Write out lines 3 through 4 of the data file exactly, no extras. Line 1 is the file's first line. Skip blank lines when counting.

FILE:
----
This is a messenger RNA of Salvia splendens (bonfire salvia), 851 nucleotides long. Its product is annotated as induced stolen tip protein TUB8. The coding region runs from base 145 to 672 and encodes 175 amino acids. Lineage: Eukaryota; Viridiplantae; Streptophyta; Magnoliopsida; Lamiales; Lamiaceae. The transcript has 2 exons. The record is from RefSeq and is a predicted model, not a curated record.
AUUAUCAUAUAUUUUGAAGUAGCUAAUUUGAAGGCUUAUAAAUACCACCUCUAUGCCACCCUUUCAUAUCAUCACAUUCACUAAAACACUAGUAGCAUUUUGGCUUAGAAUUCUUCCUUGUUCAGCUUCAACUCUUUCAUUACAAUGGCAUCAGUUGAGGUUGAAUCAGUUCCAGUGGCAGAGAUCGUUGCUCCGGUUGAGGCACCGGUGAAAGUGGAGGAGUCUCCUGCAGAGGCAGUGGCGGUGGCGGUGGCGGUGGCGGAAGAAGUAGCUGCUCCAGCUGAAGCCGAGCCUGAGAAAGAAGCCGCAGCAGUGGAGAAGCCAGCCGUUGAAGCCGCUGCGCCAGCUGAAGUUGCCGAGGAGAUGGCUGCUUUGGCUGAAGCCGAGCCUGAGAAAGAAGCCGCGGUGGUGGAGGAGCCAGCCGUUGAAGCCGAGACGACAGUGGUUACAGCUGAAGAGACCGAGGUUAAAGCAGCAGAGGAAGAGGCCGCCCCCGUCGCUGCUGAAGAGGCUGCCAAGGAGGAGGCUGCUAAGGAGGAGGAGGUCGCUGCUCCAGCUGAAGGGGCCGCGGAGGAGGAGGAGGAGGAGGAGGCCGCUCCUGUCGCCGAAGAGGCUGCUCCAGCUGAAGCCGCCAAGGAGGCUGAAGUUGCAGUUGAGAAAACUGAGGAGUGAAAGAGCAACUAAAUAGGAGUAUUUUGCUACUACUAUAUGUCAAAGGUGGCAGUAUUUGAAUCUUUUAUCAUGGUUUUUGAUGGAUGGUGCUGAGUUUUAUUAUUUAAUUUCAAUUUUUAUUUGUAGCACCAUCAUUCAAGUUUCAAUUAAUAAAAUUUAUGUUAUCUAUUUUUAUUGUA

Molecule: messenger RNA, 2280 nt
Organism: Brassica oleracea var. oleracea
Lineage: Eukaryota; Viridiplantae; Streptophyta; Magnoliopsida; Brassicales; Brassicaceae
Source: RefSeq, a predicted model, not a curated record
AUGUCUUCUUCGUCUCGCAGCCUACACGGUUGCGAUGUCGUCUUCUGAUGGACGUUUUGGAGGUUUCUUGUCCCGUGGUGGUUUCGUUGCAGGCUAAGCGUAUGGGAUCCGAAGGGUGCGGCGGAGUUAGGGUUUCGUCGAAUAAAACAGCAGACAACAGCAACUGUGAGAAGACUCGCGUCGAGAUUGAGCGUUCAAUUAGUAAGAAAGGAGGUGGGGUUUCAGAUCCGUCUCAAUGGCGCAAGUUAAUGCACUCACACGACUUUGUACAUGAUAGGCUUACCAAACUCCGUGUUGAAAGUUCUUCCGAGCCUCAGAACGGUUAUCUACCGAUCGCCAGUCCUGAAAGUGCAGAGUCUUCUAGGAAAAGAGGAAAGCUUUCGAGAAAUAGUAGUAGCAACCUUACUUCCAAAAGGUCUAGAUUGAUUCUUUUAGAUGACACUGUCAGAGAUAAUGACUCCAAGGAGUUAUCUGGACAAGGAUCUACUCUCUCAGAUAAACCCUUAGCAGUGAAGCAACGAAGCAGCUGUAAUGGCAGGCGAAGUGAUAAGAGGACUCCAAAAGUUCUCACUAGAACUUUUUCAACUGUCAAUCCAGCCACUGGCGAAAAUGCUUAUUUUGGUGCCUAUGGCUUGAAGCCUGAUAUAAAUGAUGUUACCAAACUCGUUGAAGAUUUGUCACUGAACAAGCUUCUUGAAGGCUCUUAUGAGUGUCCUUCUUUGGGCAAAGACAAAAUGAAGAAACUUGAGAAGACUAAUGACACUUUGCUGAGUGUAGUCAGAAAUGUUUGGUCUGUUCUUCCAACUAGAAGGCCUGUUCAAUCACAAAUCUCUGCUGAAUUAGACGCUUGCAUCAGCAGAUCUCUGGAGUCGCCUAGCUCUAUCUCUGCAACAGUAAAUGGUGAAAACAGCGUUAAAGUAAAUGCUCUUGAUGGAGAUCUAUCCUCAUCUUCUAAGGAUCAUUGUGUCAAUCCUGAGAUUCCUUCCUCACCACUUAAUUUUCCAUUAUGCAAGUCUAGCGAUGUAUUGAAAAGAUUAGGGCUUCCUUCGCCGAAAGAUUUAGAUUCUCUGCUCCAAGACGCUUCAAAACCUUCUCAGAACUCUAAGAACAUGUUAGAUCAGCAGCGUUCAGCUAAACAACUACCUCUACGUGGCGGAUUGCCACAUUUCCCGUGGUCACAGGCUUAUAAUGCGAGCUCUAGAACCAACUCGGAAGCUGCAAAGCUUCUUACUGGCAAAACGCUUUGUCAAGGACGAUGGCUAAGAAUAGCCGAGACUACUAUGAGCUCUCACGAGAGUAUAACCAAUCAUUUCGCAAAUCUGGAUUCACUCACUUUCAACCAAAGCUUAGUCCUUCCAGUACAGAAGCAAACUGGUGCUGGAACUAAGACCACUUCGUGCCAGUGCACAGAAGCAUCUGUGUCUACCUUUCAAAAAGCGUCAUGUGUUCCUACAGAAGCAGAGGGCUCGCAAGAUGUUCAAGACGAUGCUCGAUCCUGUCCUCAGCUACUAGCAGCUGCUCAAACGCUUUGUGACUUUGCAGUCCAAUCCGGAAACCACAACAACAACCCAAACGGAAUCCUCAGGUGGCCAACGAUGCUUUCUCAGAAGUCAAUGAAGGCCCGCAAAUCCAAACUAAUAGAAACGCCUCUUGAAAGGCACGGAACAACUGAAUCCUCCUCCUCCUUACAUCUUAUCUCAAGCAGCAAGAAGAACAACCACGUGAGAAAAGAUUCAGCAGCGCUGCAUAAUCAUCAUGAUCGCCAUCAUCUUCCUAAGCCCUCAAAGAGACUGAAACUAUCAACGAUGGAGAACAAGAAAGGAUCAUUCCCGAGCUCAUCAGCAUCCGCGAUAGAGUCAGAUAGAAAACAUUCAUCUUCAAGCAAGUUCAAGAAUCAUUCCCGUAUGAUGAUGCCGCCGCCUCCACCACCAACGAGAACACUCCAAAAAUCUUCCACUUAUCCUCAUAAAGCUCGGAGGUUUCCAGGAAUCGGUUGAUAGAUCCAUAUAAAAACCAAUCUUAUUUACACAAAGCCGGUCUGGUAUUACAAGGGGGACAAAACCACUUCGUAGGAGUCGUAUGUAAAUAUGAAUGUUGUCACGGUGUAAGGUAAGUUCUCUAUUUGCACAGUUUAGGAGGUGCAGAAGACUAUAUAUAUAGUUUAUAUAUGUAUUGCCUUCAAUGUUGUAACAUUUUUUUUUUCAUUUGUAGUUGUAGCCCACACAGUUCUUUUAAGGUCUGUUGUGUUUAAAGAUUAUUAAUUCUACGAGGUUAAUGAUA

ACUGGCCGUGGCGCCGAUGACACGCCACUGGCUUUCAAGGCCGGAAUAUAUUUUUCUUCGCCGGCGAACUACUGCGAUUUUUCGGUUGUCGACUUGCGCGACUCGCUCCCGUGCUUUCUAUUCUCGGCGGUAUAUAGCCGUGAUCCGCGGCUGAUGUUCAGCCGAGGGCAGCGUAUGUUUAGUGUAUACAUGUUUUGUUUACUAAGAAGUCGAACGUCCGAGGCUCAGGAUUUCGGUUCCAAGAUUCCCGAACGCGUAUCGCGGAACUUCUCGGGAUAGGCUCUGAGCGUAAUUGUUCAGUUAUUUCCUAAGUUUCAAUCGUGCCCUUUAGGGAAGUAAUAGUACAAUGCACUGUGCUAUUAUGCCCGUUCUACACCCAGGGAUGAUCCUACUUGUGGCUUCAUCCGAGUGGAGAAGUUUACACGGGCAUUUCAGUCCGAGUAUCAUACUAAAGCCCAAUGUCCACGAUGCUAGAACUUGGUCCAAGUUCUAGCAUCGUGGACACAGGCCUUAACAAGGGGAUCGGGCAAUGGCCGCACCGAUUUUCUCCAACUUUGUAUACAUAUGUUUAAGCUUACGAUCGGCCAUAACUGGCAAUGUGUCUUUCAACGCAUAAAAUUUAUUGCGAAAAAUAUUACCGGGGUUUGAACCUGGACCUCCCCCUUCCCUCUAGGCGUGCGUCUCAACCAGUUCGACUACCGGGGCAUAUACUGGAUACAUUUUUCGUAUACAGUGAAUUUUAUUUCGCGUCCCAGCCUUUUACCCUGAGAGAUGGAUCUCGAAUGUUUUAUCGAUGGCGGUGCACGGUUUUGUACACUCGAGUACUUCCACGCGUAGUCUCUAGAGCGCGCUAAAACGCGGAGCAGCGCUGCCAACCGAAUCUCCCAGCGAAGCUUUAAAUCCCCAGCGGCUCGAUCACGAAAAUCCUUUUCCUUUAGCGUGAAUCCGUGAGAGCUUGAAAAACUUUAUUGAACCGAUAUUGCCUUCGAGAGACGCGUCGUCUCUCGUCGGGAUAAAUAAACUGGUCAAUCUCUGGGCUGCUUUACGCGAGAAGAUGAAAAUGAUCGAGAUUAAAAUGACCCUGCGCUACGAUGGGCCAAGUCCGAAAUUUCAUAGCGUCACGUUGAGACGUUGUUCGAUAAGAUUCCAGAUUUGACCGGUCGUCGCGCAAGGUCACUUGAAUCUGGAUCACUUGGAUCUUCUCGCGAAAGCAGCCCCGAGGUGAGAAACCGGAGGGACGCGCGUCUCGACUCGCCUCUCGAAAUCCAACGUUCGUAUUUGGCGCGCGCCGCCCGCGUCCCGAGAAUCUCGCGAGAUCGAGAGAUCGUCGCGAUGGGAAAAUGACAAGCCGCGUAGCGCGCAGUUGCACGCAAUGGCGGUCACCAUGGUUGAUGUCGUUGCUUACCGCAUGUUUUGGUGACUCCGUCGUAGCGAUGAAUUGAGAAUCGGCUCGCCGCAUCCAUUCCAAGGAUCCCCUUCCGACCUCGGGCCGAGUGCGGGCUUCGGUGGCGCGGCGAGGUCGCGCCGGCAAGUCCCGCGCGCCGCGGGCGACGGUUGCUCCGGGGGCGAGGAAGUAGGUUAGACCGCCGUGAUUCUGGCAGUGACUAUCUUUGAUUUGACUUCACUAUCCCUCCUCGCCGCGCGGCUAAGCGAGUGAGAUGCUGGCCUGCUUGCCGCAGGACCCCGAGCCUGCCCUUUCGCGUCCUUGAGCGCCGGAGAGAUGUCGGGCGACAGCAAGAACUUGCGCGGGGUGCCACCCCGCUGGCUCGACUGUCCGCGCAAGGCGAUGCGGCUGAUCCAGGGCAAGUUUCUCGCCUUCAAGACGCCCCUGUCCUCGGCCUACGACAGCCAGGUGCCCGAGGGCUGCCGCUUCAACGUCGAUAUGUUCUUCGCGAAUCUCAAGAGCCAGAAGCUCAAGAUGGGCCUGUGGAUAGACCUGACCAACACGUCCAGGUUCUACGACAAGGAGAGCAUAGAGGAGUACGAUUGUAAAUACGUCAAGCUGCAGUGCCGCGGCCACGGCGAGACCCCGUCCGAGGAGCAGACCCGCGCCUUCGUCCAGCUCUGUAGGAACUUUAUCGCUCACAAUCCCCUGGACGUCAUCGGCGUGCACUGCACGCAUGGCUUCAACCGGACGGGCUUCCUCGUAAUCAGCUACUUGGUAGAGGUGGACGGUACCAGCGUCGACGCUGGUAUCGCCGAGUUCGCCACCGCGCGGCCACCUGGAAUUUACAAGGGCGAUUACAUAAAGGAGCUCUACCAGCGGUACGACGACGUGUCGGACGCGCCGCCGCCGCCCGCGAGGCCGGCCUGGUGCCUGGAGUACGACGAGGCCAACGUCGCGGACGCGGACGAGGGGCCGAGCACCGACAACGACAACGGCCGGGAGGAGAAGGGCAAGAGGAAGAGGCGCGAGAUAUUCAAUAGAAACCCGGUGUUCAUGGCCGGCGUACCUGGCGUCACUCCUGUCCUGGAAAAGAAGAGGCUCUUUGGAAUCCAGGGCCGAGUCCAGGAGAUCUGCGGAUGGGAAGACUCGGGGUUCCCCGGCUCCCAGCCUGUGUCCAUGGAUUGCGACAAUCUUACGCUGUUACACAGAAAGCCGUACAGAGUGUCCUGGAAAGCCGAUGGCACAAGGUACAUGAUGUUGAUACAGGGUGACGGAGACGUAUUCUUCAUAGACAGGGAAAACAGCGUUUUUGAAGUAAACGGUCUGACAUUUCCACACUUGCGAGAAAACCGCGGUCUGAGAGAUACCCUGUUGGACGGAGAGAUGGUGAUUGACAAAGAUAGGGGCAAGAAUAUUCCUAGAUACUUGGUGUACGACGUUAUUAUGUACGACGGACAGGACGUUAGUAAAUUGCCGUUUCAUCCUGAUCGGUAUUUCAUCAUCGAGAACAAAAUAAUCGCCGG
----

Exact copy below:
Molecule: messenger RNA, 2280 nt
Organism: Brassica oleracea var. oleracea